I was extremely impressed with Fantaskey's ability to not only write such two incredible characters but to seamlessly weave in plenty of vampire history and the tension behind the power struggle between the families.  Lucius' and Jessica's attraction and love for each other are powerfully described and our growing empathy for their situations has readers (or me at least) sniffling over the tough spot these two find themselves in.  I adored her use of the epistolary device of Lucius writing home to his uncle to explain his thought process and the evolution of his feelings - it was spot on and helped develop his voice in the novel extremely well.  My only criticism is the last couple of chapters had a lot going on and seemed pretty brief to me.  I wanted them to go on for much, much longer!  For anyone else with the same feelings, Fantaskey has written an online follow-up story to satisfy us and keep us from turning up on her lawn with pitchforks and burning torches.

Last, but definitely not least, is Eternal by Cynthia Leitich Smith.  A prequel to Tantalize, I was impressed by how different this book was to Tantalize - sometimes you like an author but their narrative voice is very similar between books (and that's okay) but Smith has the ability to really embody her characters and I'm appreciative.  Eternal is told from the two main characters in it - Miranda, a sweet, slightly shy high school student and Zachary, her guardian angel who has watched over her from birth.  Alternating chapters between their perspectives works great here and we quickly discover Miranda's giving nature and the fact that Zachary is in love with her.  When Miranda agrees reluctantly to accompany her best friend, Lucy, to meet a sketchy movie store clerk in the local Dallas cemetery we know nothing good is going to happen, right?  And our instincts are right on the money, as usual.  Lucy manages to escape, Miranda is bitten by the Dracul, essentially the president of the nasty vampire corps of the Midwest, and Zachary, in his attempt to save Miranda, reveals himself to her (wings, light and all) which is a gigantic no-no in the angel world resulting in his immediate demotion to human being and number one person on the archangel s-list.  Miranda meantime wakes up a princess (the Dracul makes her his daughter) and finds herself a celebrity with parties and clothes galore.  The bad news?  She's drinking the blood of runaways and prisoners in her "daddy's" Chicago mansion as her conscience appears to have gone AWOL.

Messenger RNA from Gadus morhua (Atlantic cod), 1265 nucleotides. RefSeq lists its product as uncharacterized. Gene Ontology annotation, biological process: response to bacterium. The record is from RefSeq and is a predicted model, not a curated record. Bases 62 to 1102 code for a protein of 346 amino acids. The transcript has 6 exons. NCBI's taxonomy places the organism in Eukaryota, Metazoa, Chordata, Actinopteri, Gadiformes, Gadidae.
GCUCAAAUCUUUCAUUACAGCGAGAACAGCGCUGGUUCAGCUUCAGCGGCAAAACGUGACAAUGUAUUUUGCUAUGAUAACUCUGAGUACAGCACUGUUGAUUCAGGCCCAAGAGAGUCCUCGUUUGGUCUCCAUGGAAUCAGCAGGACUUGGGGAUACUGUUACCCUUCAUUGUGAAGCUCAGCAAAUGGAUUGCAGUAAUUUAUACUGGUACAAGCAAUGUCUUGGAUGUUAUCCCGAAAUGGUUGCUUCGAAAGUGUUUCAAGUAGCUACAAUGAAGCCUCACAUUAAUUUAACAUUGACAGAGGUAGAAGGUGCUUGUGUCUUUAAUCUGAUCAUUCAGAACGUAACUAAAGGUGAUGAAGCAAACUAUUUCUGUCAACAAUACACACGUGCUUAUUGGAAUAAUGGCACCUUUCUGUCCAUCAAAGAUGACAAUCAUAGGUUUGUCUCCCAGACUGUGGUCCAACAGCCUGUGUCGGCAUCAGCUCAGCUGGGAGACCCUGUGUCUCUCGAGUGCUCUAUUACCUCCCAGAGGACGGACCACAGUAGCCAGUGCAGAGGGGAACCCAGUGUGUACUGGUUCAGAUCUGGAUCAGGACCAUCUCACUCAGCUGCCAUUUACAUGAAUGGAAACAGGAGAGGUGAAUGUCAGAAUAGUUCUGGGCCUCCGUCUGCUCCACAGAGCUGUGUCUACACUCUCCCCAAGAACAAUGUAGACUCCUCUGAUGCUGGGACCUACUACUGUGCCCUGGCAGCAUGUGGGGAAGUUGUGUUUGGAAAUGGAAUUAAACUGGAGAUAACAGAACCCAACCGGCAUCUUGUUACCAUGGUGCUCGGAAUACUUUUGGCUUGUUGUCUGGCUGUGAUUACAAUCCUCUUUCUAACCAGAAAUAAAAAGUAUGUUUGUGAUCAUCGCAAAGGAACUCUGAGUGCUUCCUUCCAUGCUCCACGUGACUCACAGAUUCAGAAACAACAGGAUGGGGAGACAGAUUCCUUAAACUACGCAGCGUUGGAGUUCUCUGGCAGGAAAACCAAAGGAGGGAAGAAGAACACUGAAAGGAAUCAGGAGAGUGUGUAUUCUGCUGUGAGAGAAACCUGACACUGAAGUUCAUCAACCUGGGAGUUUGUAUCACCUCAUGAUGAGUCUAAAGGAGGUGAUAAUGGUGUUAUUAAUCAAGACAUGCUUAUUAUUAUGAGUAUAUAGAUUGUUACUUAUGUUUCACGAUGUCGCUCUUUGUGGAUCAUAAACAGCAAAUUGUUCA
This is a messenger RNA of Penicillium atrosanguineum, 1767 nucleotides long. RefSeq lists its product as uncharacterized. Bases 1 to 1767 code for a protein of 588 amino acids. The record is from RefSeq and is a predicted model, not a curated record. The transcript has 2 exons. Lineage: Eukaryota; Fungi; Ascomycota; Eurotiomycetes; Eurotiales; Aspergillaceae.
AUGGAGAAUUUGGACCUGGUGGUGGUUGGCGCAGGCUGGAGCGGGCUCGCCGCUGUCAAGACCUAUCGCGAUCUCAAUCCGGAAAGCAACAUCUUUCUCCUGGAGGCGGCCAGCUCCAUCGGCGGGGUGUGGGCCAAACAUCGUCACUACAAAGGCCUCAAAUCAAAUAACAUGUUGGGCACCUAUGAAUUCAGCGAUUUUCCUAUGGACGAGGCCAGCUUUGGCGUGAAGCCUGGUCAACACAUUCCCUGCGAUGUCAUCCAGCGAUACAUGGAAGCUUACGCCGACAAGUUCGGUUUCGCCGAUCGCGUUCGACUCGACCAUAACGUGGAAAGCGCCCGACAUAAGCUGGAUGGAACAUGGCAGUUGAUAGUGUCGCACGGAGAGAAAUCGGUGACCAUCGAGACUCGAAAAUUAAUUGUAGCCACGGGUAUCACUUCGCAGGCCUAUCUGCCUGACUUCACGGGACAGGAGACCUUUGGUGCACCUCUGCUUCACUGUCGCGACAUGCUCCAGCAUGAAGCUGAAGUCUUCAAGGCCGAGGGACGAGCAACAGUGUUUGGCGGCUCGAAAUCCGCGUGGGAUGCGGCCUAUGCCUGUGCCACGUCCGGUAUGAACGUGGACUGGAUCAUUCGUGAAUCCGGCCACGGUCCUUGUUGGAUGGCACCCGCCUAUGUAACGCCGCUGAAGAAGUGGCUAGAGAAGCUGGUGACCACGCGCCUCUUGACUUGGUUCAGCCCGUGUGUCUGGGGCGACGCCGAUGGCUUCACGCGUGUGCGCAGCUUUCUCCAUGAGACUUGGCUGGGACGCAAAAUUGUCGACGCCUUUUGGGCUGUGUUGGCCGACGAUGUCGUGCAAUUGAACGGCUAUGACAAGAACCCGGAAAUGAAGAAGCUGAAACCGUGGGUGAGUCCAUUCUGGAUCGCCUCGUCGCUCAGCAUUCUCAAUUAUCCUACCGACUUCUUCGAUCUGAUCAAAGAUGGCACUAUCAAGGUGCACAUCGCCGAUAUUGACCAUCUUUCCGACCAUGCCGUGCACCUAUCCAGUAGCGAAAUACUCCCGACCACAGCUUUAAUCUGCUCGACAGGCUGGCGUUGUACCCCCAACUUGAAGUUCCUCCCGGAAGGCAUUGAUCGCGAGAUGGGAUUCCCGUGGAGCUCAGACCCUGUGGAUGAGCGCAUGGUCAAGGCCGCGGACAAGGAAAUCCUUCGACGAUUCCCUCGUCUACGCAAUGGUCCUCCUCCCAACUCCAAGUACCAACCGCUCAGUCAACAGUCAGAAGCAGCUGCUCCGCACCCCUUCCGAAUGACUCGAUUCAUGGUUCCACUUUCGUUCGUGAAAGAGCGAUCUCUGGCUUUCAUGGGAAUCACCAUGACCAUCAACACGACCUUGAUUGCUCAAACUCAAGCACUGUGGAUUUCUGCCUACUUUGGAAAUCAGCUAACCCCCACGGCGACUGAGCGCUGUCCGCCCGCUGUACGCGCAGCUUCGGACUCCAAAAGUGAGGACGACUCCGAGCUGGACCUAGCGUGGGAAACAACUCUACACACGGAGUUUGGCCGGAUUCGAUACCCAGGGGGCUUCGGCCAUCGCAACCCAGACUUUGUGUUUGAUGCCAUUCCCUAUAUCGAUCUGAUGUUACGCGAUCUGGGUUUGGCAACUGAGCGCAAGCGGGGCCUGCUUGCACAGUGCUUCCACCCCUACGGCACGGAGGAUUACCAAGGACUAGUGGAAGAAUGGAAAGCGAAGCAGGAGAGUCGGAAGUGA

This book takes place before Tantalize, which offers a reality in which humans accept the existence of vampires and werepeople (don't call them "shifters" unless you want to be a bigot, fyi) but aren't huge fans.  Media outlets, magazines, spas, you name it, all are all available to the tuned-in vampire and while there are plenty of people buying extra garlic, several also seem to be willing to do anything in order to get eternal life.  Zachary and Miranda must discover if they can each do what they need to in order to restore order and save Miranda, but the question is, can they?

I adored this book - the writing, the plot, the setting, you name it - and cannot wait for the next book, Blessed which will, according to Smith, bring the casts of the two books together.  Go, Cynthia!  P.S. - the angel theme in this book is going to foreshadow several upcoming reviews of books featuring this new supernatural character.  Are angels the new vampires for 2009/2010?